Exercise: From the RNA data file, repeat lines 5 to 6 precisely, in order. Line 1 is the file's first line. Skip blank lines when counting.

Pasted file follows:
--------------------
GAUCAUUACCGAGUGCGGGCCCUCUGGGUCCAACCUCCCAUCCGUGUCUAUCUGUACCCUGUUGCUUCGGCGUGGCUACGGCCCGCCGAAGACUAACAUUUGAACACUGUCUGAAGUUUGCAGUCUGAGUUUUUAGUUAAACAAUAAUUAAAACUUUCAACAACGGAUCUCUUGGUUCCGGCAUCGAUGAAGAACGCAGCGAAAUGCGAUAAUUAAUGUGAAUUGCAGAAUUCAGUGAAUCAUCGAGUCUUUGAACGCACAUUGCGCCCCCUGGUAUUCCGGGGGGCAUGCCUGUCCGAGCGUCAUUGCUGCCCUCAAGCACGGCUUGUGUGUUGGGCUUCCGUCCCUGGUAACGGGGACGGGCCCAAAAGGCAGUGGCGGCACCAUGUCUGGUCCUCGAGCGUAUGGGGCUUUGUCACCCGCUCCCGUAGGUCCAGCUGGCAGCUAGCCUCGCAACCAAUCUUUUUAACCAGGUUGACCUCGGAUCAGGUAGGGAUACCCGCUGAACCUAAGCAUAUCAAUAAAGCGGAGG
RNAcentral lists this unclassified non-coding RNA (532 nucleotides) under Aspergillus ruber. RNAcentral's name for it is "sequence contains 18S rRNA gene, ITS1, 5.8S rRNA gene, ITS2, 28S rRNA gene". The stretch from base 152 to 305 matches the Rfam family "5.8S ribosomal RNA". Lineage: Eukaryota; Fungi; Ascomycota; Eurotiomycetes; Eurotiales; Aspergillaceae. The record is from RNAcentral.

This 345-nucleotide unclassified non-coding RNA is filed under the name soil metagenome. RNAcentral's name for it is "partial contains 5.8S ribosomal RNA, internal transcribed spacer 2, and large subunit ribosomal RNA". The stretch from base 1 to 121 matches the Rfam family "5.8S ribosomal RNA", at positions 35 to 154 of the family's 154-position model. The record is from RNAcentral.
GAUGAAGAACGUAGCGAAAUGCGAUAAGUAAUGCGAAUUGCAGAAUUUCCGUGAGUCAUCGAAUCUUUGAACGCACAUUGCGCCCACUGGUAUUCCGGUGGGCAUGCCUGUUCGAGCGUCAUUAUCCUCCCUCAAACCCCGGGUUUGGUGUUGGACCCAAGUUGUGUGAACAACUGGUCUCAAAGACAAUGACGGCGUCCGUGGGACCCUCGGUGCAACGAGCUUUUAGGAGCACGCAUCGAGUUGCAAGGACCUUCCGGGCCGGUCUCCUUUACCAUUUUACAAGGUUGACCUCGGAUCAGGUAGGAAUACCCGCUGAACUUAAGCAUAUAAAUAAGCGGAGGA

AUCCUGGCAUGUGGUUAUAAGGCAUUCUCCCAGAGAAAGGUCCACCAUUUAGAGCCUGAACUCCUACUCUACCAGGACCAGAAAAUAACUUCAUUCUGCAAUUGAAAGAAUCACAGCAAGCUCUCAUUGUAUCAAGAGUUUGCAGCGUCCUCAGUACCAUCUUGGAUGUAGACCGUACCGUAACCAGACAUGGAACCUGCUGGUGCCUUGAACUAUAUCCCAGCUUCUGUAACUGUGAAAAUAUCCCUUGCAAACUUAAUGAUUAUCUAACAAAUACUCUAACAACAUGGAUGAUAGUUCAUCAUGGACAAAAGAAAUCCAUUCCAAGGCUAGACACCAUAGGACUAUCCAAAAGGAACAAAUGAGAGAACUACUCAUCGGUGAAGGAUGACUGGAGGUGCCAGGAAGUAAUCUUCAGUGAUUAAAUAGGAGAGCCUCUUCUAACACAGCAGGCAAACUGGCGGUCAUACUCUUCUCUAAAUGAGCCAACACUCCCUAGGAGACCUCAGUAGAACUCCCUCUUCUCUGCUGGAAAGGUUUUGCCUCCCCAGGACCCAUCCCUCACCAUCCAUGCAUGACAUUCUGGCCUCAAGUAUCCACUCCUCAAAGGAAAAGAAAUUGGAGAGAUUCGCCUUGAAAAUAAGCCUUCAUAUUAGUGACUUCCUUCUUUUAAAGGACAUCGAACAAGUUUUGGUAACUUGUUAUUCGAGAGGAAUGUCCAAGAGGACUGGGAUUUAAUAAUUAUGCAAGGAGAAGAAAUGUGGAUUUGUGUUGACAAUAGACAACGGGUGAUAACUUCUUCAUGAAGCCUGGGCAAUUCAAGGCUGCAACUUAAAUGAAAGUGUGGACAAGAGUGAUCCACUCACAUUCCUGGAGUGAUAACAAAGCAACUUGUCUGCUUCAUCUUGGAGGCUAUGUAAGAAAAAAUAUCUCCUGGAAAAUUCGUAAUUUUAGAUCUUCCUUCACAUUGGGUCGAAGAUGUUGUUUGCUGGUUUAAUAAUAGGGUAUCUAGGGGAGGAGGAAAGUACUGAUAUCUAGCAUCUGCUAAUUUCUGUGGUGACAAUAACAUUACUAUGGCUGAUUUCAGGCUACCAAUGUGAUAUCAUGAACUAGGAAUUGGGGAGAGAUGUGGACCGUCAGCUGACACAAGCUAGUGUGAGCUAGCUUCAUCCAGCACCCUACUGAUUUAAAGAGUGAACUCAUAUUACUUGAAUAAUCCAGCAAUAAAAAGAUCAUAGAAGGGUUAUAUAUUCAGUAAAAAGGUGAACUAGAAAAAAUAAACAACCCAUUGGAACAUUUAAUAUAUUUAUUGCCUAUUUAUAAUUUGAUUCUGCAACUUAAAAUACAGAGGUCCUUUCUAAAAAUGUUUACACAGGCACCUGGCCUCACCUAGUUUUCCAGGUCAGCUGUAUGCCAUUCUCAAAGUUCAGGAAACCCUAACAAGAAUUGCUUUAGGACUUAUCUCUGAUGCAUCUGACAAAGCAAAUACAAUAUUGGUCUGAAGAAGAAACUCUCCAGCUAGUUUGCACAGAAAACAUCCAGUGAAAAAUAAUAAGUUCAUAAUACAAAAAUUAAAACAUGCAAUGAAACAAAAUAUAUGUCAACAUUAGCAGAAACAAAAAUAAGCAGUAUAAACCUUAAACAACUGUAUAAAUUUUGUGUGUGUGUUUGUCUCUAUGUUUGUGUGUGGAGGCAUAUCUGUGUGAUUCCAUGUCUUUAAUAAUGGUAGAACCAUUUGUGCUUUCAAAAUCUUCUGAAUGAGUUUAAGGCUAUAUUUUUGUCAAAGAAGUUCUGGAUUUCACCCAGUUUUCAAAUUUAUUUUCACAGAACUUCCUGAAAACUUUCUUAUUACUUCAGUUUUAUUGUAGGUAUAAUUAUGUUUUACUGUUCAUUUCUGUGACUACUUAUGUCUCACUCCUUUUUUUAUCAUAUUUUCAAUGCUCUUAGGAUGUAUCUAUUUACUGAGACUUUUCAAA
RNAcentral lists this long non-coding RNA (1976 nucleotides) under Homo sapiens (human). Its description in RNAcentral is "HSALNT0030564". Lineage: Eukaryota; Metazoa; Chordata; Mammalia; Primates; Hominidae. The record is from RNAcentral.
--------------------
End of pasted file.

AUCCUGGCAUGUGGUUAUAAGGCAUUCUCCCAGAGAAAGGUCCACCAUUUAGAGCCUGAACUCCUACUCUACCAGGACCAGAAAAUAACUUCAUUCUGCAAUUGAAAGAAUCACAGCAAGCUCUCAUUGUAUCAAGAGUUUGCAGCGUCCUCAGUACCAUCUUGGAUGUAGACCGUACCGUAACCAGACAUGGAACCUGCUGGUGCCUUGAACUAUAUCCCAGCUUCUGUAACUGUGAAAAUAUCCCUUGCAAACUUAAUGAUUAUCUAACAAAUACUCUAACAACAUGGAUGAUAGUUCAUCAUGGACAAAAGAAAUCCAUUCCAAGGCUAGACACCAUAGGACUAUCCAAAAGGAACAAAUGAGAGAACUACUCAUCGGUGAAGGAUGACUGGAGGUGCCAGGAAGUAAUCUUCAGUGAUUAAAUAGGAGAGCCUCUUCUAACACAGCAGGCAAACUGGCGGUCAUACUCUUCUCUAAAUGAGCCAACACUCCCUAGGAGACCUCAGUAGAACUCCCUCUUCUCUGCUGGAAAGGUUUUGCCUCCCCAGGACCCAUCCCUCACCAUCCAUGCAUGACAUUCUGGCCUCAAGUAUCCACUCCUCAAAGGAAAAGAAAUUGGAGAGAUUCGCCUUGAAAAUAAGCCUUCAUAUUAGUGACUUCCUUCUUUUAAAGGACAUCGAACAAGUUUUGGUAACUUGUUAUUCGAGAGGAAUGUCCAAGAGGACUGGGAUUUAAUAAUUAUGCAAGGAGAAGAAAUGUGGAUUUGUGUUGACAAUAGACAACGGGUGAUAACUUCUUCAUGAAGCCUGGGCAAUUCAAGGCUGCAACUUAAAUGAAAGUGUGGACAAGAGUGAUCCACUCACAUUCCUGGAGUGAUAACAAAGCAACUUGUCUGCUUCAUCUUGGAGGCUAUGUAAGAAAAAAUAUCUCCUGGAAAAUUCGUAAUUUUAGAUCUUCCUUCACAUUGGGUCGAAGAUGUUGUUUGCUGGUUUAAUAAUAGGGUAUCUAGGGGAGGAGGAAAGUACUGAUAUCUAGCAUCUGCUAAUUUCUGUGGUGACAAUAACAUUACUAUGGCUGAUUUCAGGCUACCAAUGUGAUAUCAUGAACUAGGAAUUGGGGAGAGAUGUGGACCGUCAGCUGACACAAGCUAGUGUGAGCUAGCUUCAUCCAGCACCCUACUGAUUUAAAGAGUGAACUCAUAUUACUUGAAUAAUCCAGCAAUAAAAAGAUCAUAGAAGGGUUAUAUAUUCAGUAAAAAGGUGAACUAGAAAAAAUAAACAACCCAUUGGAACAUUUAAUAUAUUUAUUGCCUAUUUAUAAUUUGAUUCUGCAACUUAAAAUACAGAGGUCCUUUCUAAAAAUGUUUACACAGGCACCUGGCCUCACCUAGUUUUCCAGGUCAGCUGUAUGCCAUUCUCAAAGUUCAGGAAACCCUAACAAGAAUUGCUUUAGGACUUAUCUCUGAUGCAUCUGACAAAGCAAAUACAAUAUUGGUCUGAAGAAGAAACUCUCCAGCUAGUUUGCACAGAAAACAUCCAGUGAAAAAUAAUAAGUUCAUAAUACAAAAAUUAAAACAUGCAAUGAAACAAAAUAUAUGUCAACAUUAGCAGAAACAAAAAUAAGCAGUAUAAACCUUAAACAACUGUAUAAAUUUUGUGUGUGUGUUUGUCUCUAUGUUUGUGUGUGGAGGCAUAUCUGUGUGAUUCCAUGUCUUUAAUAAUGGUAGAACCAUUUGUGCUUUCAAAAUCUUCUGAAUGAGUUUAAGGCUAUAUUUUUGUCAAAGAAGUUCUGGAUUUCACCCAGUUUUCAAAUUUAUUUUCACAGAACUUCCUGAAAACUUUCUUAUUACUUCAGUUUUAUUGUAGGUAUAAUUAUGUUUUACUGUUCAUUUCUGUGACUACUUAUGUCUCACUCCUUUUUUUAUCAUAUUUUCAAUGCUCUUAGGAUGUAUCUAUUUACUGAGACUUUUCAAA
RNAcentral lists this long non-coding RNA (1976 nucleotides) under Homo sapiens (human). Its description in RNAcentral is "HSALNT0030564". Lineage: Eukaryota; Metazoa; Chordata; Mammalia; Primates; Hominidae. The record is from RNAcentral.